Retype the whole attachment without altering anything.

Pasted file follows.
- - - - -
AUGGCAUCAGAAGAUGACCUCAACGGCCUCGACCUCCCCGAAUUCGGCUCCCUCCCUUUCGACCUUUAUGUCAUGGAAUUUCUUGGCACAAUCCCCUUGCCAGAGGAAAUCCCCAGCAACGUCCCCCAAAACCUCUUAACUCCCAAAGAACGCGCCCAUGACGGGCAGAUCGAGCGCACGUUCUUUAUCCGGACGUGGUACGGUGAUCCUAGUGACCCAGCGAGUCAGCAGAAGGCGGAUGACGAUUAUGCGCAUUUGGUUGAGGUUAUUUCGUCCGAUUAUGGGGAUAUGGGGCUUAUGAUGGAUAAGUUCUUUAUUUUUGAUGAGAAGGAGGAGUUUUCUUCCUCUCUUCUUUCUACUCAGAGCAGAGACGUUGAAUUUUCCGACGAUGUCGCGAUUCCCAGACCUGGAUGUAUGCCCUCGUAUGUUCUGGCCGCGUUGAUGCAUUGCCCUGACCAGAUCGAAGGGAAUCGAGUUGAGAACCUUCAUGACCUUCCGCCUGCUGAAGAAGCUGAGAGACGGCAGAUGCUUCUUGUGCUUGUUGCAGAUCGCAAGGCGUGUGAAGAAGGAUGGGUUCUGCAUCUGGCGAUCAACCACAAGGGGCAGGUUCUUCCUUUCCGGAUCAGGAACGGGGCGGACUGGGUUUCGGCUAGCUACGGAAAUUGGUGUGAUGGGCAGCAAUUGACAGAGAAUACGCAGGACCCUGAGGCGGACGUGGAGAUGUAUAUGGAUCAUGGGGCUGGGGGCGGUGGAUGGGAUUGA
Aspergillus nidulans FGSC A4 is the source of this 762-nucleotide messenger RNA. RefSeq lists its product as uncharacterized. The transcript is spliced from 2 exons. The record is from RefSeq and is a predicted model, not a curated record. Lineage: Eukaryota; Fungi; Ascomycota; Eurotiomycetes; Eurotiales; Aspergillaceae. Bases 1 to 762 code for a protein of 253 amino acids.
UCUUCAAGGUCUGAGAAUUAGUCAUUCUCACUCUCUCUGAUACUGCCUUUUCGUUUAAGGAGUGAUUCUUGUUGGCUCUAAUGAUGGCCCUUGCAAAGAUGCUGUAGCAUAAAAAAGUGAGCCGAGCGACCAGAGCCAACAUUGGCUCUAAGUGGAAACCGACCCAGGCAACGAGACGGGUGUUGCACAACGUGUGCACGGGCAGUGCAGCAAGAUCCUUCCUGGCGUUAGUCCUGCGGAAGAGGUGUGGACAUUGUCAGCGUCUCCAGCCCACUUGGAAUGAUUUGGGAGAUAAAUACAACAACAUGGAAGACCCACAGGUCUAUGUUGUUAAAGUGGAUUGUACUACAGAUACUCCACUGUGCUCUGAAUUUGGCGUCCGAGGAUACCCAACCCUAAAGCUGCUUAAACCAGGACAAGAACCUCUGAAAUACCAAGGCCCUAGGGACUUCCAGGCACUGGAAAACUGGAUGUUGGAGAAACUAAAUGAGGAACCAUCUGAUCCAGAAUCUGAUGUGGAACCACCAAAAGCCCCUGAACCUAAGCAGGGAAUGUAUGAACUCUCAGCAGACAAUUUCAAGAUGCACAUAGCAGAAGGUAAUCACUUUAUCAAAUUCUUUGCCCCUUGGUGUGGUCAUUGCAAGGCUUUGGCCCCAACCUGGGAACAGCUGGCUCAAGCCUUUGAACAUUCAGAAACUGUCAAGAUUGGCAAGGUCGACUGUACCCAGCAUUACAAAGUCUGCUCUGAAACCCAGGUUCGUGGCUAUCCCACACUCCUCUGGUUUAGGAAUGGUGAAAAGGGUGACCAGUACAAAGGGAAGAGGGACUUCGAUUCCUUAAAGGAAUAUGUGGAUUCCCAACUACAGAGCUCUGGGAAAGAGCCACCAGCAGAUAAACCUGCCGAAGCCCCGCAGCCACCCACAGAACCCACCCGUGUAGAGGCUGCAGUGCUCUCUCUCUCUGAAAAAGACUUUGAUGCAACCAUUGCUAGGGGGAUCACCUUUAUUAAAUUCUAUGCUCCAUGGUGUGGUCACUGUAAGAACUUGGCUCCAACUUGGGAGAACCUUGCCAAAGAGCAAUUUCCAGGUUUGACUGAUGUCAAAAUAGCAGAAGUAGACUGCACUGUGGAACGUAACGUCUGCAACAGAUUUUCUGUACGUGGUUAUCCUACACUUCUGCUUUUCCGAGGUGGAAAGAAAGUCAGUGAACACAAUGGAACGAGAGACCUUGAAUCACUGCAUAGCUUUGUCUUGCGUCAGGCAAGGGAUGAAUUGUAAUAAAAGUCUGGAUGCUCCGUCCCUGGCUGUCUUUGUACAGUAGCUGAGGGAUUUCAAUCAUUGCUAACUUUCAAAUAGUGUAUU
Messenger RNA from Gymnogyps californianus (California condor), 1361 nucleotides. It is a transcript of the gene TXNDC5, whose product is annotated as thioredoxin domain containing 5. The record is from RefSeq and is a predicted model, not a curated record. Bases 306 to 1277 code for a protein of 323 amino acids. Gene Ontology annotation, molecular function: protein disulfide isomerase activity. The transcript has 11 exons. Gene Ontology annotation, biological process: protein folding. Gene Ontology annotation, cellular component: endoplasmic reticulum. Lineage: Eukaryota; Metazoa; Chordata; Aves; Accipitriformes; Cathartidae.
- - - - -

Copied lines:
AUGGCAUCAGAAGAUGACCUCAACGGCCUCGACCUCCCCGAAUUCGGCUCCCUCCCUUUCGACCUUUAUGUCAUGGAAUUUCUUGGCACAAUCCCCUUGCCAGAGGAAAUCCCCAGCAACGUCCCCCAAAACCUCUUAACUCCCAAAGAACGCGCCCAUGACGGGCAGAUCGAGCGCACGUUCUUUAUCCGGACGUGGUACGGUGAUCCUAGUGACCCAGCGAGUCAGCAGAAGGCGGAUGACGAUUAUGCGCAUUUGGUUGAGGUUAUUUCGUCCGAUUAUGGGGAUAUGGGGCUUAUGAUGGAUAAGUUCUUUAUUUUUGAUGAGAAGGAGGAGUUUUCUUCCUCUCUUCUUUCUACUCAGAGCAGAGACGUUGAAUUUUCCGACGAUGUCGCGAUUCCCAGACCUGGAUGUAUGCCCUCGUAUGUUCUGGCCGCGUUGAUGCAUUGCCCUGACCAGAUCGAAGGGAAUCGAGUUGAGAACCUUCAUGACCUUCCGCCUGCUGAAGAAGCUGAGAGACGGCAGAUGCUUCUUGUGCUUGUUGCAGAUCGCAAGGCGUGUGAAGAAGGAUGGGUUCUGCAUCUGGCGAUCAACCACAAGGGGCAGGUUCUUCCUUUCCGGAUCAGGAACGGGGCGGACUGGGUUUCGGCUAGCUACGGAAAUUGGUGUGAUGGGCAGCAAUUGACAGAGAAUACGCAGGACCCUGAGGCGGACGUGGAGAUGUAUAUGGAUCAUGGGGCUGGGGGCGGUGGAUGGGAUUGA
Aspergillus nidulans FGSC A4 is the source of this 762-nucleotide messenger RNA. RefSeq lists its product as uncharacterized. The transcript is spliced from 2 exons. The record is from RefSeq and is a predicted model, not a curated record. Lineage: Eukaryota; Fungi; Ascomycota; Eurotiomycetes; Eurotiales; Aspergillaceae. Bases 1 to 762 code for a protein of 253 amino acids.
UCUUCAAGGUCUGAGAAUUAGUCAUUCUCACUCUCUCUGAUACUGCCUUUUCGUUUAAGGAGUGAUUCUUGUUGGCUCUAAUGAUGGCCCUUGCAAAGAUGCUGUAGCAUAAAAAAGUGAGCCGAGCGACCAGAGCCAACAUUGGCUCUAAGUGGAAACCGACCCAGGCAACGAGACGGGUGUUGCACAACGUGUGCACGGGCAGUGCAGCAAGAUCCUUCCUGGCGUUAGUCCUGCGGAAGAGGUGUGGACAUUGUCAGCGUCUCCAGCCCACUUGGAAUGAUUUGGGAGAUAAAUACAACAACAUGGAAGACCCACAGGUCUAUGUUGUUAAAGUGGAUUGUACUACAGAUACUCCACUGUGCUCUGAAUUUGGCGUCCGAGGAUACCCAACCCUAAAGCUGCUUAAACCAGGACAAGAACCUCUGAAAUACCAAGGCCCUAGGGACUUCCAGGCACUGGAAAACUGGAUGUUGGAGAAACUAAAUGAGGAACCAUCUGAUCCAGAAUCUGAUGUGGAACCACCAAAAGCCCCUGAACCUAAGCAGGGAAUGUAUGAACUCUCAGCAGACAAUUUCAAGAUGCACAUAGCAGAAGGUAAUCACUUUAUCAAAUUCUUUGCCCCUUGGUGUGGUCAUUGCAAGGCUUUGGCCCCAACCUGGGAACAGCUGGCUCAAGCCUUUGAACAUUCAGAAACUGUCAAGAUUGGCAAGGUCGACUGUACCCAGCAUUACAAAGUCUGCUCUGAAACCCAGGUUCGUGGCUAUCCCACACUCCUCUGGUUUAGGAAUGGUGAAAAGGGUGACCAGUACAAAGGGAAGAGGGACUUCGAUUCCUUAAAGGAAUAUGUGGAUUCCCAACUACAGAGCUCUGGGAAAGAGCCACCAGCAGAUAAACCUGCCGAAGCCCCGCAGCCACCCACAGAACCCACCCGUGUAGAGGCUGCAGUGCUCUCUCUCUCUGAAAAAGACUUUGAUGCAACCAUUGCUAGGGGGAUCACCUUUAUUAAAUUCUAUGCUCCAUGGUGUGGUCACUGUAAGAACUUGGCUCCAACUUGGGAGAACCUUGCCAAAGAGCAAUUUCCAGGUUUGACUGAUGUCAAAAUAGCAGAAGUAGACUGCACUGUGGAACGUAACGUCUGCAACAGAUUUUCUGUACGUGGUUAUCCUACACUUCUGCUUUUCCGAGGUGGAAAGAAAGUCAGUGAACACAAUGGAACGAGAGACCUUGAAUCACUGCAUAGCUUUGUCUUGCGUCAGGCAAGGGAUGAAUUGUAAUAAAAGUCUGGAUGCUCCGUCCCUGGCUGUCUUUGUACAGUAGCUGAGGGAUUUCAAUCAUUGCUAACUUUCAAAUAGUGUAUU
Messenger RNA from Gymnogyps californianus (California condor), 1361 nucleotides. It is a transcript of the gene TXNDC5, whose product is annotated as thioredoxin domain containing 5. The record is from RefSeq and is a predicted model, not a curated record. Bases 306 to 1277 code for a protein of 323 amino acids. Gene Ontology annotation, molecular function: protein disulfide isomerase activity. The transcript has 11 exons. Gene Ontology annotation, biological process: protein folding. Gene Ontology annotation, cellular component: endoplasmic reticulum. Lineage: Eukaryota; Metazoa; Chordata; Aves; Accipitriformes; Cathartidae.